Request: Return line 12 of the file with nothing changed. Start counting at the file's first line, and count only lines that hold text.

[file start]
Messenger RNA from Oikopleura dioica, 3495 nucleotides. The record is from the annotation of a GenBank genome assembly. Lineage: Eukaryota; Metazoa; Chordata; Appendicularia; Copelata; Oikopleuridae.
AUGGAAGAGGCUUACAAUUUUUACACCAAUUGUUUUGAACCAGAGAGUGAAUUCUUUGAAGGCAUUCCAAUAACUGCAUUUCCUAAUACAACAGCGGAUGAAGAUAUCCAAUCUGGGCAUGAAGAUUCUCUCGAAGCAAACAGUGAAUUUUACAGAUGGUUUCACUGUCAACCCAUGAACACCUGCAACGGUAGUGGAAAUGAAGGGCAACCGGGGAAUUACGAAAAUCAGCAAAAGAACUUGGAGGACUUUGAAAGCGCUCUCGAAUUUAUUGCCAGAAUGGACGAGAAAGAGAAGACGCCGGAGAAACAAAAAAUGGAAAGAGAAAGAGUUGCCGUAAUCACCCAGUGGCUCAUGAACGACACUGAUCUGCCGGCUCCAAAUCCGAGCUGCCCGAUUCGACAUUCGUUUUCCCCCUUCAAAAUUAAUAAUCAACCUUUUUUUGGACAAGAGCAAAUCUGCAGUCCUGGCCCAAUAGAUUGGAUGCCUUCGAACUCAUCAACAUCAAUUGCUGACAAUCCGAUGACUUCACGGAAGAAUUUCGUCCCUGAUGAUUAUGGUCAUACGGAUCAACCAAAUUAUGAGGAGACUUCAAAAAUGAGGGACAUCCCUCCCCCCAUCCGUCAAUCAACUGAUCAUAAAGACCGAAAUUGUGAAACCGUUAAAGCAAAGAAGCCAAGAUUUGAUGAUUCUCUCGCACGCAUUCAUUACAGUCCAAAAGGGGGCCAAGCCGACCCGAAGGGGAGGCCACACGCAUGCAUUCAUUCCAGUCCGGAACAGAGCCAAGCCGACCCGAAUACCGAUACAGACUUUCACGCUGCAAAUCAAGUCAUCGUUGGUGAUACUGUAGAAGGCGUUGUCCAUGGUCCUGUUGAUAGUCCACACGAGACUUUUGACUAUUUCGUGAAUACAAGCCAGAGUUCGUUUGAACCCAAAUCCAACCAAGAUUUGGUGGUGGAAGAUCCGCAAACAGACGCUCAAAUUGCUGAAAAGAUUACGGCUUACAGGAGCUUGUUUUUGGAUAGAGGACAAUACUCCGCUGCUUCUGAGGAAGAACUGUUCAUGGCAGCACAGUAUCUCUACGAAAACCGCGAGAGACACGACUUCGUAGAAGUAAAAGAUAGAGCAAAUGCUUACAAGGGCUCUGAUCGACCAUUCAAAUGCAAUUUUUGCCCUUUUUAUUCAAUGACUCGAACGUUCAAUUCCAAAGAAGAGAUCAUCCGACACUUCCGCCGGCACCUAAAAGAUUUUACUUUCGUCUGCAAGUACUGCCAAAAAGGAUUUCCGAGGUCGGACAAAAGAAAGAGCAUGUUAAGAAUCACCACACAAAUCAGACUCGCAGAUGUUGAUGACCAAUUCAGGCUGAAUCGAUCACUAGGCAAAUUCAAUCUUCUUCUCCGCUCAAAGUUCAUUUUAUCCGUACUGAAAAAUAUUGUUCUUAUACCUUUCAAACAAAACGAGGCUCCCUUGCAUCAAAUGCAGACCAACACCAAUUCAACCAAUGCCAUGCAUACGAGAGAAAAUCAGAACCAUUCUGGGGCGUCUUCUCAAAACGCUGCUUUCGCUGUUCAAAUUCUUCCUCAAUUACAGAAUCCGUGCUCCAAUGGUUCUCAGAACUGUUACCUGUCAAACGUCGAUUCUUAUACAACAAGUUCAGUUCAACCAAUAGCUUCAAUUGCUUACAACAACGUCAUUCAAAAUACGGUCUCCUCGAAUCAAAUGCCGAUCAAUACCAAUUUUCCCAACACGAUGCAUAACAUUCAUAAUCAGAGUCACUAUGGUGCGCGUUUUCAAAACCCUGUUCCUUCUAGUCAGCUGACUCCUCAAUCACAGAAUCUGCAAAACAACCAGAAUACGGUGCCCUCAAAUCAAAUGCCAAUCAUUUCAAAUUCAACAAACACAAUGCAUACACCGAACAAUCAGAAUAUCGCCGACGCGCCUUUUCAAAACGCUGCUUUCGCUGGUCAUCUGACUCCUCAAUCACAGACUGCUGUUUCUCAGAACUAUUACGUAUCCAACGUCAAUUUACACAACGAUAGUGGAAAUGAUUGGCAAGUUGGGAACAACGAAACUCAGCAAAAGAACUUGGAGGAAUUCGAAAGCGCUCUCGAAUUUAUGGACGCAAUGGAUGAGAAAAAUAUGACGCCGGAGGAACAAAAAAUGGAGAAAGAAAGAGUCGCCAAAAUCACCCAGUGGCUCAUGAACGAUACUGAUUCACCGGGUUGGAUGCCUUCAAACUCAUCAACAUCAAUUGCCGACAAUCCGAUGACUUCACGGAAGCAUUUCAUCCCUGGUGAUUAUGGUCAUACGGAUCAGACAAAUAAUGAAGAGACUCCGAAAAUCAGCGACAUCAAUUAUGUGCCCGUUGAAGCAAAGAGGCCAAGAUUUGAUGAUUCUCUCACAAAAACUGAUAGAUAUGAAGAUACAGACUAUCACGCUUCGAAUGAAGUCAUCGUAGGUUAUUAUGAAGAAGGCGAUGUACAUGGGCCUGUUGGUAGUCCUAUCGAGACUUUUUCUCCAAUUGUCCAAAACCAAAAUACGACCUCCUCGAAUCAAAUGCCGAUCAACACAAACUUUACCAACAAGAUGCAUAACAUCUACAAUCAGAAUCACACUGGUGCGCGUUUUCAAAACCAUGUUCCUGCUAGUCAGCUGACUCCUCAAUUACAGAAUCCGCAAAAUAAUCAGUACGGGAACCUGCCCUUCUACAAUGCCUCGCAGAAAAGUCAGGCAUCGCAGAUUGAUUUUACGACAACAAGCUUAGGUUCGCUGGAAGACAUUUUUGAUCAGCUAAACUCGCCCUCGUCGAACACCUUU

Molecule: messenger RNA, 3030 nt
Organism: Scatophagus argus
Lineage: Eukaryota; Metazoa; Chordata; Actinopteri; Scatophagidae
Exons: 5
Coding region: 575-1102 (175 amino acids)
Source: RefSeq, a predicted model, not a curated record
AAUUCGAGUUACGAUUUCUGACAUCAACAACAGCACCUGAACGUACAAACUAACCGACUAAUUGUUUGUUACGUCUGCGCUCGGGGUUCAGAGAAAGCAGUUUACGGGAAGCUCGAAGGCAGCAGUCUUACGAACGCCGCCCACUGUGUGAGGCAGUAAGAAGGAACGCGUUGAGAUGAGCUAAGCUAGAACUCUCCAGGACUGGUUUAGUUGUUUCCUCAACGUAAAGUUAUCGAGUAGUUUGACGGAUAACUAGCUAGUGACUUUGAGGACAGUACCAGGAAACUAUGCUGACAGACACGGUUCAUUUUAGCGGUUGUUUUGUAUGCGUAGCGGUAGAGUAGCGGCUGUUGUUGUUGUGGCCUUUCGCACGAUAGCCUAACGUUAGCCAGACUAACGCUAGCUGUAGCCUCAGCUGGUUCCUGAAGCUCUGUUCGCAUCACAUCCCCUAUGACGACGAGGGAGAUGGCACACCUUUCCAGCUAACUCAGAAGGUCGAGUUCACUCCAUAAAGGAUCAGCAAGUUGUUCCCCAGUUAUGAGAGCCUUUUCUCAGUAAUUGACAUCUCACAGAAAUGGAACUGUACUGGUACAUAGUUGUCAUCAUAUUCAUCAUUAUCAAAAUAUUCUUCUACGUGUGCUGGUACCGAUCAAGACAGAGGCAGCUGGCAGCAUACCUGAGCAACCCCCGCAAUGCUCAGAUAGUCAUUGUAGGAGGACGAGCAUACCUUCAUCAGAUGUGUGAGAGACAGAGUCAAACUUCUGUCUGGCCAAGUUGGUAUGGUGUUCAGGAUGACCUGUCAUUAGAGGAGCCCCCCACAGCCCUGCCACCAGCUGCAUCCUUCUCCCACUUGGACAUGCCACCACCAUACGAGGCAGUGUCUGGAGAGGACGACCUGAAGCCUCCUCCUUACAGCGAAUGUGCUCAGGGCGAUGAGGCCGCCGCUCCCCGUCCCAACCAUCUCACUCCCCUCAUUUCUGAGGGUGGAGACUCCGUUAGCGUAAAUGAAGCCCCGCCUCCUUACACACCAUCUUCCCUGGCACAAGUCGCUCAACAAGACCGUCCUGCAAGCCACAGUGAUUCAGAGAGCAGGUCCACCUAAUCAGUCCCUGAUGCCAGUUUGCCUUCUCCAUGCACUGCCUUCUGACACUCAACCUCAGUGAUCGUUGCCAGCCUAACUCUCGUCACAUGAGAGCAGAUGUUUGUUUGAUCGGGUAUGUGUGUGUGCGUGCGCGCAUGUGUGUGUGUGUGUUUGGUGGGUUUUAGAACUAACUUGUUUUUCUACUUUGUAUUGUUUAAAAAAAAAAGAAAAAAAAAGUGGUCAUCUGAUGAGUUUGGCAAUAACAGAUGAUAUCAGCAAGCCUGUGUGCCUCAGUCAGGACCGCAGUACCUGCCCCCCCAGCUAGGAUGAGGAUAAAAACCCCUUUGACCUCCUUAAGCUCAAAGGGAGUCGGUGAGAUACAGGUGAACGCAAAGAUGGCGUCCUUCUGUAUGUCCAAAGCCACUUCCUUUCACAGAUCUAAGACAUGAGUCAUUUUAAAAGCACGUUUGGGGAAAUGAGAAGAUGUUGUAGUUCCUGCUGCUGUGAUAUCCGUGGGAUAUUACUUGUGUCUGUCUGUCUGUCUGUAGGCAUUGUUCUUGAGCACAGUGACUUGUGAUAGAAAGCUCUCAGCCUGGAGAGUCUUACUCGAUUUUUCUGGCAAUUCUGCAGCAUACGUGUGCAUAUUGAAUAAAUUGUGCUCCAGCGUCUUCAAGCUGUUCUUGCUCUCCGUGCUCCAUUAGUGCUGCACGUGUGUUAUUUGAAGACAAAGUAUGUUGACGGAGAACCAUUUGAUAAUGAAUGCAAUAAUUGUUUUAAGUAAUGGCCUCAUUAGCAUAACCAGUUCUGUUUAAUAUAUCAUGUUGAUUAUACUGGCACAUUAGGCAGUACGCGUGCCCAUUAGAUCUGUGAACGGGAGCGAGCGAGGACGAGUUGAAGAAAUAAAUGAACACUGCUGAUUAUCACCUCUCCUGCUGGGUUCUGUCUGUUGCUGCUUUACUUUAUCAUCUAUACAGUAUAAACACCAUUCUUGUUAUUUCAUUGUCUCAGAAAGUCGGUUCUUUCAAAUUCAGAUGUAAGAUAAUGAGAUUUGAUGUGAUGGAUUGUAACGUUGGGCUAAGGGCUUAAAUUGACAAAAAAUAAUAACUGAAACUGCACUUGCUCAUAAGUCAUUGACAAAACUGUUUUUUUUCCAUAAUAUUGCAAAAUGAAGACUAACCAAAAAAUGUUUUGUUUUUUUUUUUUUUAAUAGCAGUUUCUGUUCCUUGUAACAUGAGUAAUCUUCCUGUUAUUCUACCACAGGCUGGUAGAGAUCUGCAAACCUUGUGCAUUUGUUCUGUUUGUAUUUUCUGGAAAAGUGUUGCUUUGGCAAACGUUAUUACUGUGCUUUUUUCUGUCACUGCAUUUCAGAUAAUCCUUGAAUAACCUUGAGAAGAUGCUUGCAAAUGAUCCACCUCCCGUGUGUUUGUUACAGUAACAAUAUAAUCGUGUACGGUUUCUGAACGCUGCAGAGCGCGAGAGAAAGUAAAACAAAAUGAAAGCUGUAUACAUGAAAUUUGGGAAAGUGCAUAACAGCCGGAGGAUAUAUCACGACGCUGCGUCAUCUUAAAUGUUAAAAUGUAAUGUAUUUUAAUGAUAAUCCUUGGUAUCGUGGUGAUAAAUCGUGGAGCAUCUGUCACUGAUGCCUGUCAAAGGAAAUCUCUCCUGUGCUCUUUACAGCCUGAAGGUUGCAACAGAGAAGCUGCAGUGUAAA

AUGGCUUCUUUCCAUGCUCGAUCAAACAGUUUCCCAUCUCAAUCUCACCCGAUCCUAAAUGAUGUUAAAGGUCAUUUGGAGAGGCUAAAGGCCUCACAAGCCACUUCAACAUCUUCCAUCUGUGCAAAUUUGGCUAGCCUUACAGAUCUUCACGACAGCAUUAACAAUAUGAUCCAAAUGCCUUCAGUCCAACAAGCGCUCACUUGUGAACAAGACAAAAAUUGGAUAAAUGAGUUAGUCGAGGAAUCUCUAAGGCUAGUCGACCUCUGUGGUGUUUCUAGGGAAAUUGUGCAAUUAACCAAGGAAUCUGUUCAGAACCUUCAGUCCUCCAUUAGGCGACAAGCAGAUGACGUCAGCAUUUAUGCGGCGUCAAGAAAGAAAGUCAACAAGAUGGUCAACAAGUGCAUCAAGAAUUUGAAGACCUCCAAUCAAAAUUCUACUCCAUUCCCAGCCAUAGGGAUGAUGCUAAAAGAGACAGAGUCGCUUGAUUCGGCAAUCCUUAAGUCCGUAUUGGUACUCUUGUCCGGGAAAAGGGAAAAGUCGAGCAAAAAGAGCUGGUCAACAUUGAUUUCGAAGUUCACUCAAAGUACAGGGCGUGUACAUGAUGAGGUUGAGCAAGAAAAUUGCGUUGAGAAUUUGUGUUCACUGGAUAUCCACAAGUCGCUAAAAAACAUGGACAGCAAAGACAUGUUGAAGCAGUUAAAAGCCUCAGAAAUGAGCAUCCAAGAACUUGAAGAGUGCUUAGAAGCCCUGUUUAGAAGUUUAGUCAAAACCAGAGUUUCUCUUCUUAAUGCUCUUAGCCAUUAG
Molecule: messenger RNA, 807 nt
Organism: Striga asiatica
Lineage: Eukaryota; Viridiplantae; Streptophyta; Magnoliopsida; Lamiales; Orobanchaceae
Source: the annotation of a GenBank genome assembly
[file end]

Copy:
Organism: Striga asiatica